WASHINGTON (HRNW) — President Joe Biden’s decision to allow allies to train Ukrainian forces on how to operate F-16 fighter jets — and eventually to provide the aircraft themselves — seemed like an abrupt change in position but was in fact one that came after months of internal debate and quiet talks with allies.
Biden announced during last week’s Group of Seven summit in Hiroshima, Japan, that the U.S. would join the F-16 coalition. His green light came after President Volodymyr Zelenskyy spent months pressing the West to provide his forces with American-made jets as he tries to repel Russia’s now 15-month-old grinding invasion.
Long shadowing the administration’s calculation were worries that such a move could escalate tensions with Russia. U.S. officials also argued that learning to fly and logistically support the advanced F-16 would be difficult and time consuming.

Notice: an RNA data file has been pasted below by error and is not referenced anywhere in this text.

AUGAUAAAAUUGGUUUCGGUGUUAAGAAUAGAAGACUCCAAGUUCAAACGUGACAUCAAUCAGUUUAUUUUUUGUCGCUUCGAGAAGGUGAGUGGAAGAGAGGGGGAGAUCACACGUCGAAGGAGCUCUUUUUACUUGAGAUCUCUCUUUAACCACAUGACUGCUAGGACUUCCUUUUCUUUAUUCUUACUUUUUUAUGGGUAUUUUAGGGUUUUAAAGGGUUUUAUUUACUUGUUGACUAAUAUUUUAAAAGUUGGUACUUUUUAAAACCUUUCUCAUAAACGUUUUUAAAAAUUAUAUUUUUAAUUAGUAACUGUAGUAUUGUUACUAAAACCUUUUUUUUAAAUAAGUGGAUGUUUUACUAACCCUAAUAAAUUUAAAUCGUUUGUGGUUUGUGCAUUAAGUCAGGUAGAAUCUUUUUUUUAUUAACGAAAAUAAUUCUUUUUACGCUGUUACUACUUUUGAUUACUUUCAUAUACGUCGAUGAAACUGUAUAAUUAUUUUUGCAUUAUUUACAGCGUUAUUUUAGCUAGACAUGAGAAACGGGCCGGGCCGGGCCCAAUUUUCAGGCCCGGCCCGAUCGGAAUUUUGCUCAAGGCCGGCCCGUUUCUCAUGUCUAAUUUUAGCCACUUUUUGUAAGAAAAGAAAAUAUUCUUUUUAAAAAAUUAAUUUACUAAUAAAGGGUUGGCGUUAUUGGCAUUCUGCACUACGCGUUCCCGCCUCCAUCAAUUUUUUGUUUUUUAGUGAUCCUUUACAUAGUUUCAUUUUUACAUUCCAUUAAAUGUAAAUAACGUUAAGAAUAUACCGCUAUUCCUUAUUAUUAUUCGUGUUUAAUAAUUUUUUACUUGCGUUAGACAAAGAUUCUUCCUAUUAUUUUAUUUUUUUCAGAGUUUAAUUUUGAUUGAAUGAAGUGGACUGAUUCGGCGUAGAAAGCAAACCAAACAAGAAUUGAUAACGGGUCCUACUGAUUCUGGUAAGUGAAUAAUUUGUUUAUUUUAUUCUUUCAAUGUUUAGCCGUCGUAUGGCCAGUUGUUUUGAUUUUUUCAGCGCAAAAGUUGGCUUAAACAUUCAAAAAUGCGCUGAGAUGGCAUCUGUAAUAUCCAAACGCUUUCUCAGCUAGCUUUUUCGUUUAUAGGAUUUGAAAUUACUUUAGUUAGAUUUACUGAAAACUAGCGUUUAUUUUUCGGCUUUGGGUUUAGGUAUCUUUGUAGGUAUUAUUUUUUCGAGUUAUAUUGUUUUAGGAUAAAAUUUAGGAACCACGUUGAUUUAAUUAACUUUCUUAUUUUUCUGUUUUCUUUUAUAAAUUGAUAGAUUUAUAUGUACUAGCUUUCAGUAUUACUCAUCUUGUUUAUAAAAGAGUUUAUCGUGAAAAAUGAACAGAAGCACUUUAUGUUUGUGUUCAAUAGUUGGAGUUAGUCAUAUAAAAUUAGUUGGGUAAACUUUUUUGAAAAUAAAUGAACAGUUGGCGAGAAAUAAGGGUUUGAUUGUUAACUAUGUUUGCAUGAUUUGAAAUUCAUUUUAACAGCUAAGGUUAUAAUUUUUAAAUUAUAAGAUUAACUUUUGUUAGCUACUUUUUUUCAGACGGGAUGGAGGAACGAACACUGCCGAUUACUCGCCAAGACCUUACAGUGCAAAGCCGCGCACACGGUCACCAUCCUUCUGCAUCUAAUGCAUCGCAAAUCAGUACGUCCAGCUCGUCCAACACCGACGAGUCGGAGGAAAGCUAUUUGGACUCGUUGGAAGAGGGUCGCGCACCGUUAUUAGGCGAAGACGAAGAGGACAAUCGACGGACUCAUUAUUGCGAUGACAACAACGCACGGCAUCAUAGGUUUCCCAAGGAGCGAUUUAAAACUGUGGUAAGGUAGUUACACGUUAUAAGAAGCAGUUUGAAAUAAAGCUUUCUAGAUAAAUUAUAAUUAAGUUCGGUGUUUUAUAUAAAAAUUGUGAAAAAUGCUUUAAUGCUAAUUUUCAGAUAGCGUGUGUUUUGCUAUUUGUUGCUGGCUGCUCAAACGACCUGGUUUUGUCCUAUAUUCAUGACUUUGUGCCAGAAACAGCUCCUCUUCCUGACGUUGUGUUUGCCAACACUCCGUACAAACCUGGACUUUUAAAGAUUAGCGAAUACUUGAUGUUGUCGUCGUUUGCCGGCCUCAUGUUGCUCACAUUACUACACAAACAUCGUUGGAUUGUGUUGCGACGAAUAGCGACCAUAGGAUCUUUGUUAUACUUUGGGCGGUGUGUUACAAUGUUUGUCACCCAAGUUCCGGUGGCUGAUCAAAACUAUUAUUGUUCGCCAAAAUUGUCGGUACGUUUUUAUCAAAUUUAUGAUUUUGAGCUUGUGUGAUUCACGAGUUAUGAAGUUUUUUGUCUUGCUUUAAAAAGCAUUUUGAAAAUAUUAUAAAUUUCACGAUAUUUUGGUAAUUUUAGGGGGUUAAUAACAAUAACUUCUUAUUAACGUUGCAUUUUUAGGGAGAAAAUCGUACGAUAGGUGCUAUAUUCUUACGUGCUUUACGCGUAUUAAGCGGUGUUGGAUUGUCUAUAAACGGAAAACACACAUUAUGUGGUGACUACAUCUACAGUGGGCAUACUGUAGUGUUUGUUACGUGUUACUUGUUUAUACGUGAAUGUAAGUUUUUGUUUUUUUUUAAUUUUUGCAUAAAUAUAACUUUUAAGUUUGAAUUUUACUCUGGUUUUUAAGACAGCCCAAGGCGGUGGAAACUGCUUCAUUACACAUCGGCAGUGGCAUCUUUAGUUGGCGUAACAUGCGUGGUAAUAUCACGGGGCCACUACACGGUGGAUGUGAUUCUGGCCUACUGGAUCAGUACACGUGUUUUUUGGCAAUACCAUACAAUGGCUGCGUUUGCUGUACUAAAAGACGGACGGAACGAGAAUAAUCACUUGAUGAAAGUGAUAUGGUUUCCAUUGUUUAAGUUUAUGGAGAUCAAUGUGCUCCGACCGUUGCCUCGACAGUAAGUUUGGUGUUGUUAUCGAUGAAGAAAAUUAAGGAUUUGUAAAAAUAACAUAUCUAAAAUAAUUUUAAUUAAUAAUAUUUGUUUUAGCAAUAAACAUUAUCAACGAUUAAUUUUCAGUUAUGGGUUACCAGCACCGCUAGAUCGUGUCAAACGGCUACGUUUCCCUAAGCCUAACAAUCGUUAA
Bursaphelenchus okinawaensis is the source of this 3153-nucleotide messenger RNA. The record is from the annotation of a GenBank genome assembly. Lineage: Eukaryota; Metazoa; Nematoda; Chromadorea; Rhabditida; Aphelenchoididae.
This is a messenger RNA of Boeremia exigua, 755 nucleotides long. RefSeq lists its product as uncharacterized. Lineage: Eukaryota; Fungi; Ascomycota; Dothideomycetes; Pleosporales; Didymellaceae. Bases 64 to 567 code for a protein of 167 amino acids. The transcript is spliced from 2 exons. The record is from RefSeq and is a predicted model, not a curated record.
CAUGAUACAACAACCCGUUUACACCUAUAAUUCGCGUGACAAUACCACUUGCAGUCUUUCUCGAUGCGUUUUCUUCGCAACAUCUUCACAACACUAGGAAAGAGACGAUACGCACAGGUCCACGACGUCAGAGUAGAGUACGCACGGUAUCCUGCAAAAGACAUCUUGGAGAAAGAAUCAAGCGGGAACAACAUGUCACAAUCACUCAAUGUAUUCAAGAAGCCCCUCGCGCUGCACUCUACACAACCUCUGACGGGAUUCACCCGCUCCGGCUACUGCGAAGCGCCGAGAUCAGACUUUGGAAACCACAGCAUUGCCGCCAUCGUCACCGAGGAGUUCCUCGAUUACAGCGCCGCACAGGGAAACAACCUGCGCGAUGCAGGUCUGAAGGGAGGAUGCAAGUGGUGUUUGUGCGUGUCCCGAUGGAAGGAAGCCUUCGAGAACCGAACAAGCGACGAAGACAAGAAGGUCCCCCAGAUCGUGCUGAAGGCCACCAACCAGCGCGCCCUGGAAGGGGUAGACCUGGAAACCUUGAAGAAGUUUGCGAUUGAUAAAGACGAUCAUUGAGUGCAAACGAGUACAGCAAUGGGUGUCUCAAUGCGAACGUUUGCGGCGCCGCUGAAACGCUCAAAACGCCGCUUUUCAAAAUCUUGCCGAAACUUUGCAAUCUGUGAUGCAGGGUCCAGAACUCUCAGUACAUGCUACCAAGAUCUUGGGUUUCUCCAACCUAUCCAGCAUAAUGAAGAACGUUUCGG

But over the past three months, administration officials shifted toward the view that it was time to provide Ukraine’s pilots with the training and aircraft needed for the country’s long-term security needs, according to three officials familiar with the deliberations who requested anonymity to discuss internal deliberations.
Still, the change in Biden’s position seemed rather sudden.
In February, Biden was insistent in an interview with ABC’s David Muir that Ukraine “doesn’t need F-16s now” and that “I am ruling it out for now.” And in March, a top Pentagon policy official, Colin Kahl, told U.S. lawmakers that even if the president approved F-16s for Ukraine, it could take as long as two years to get Ukrainian pilots trained and equipped.
But as the administration was publicly playing down the prospect of F-16s for Ukraine in the near term, an internal debate was heating up.
Quiet White House discussions stepped up in February, around the time that Biden visited Ukraine and Poland, according to the U.S. officials.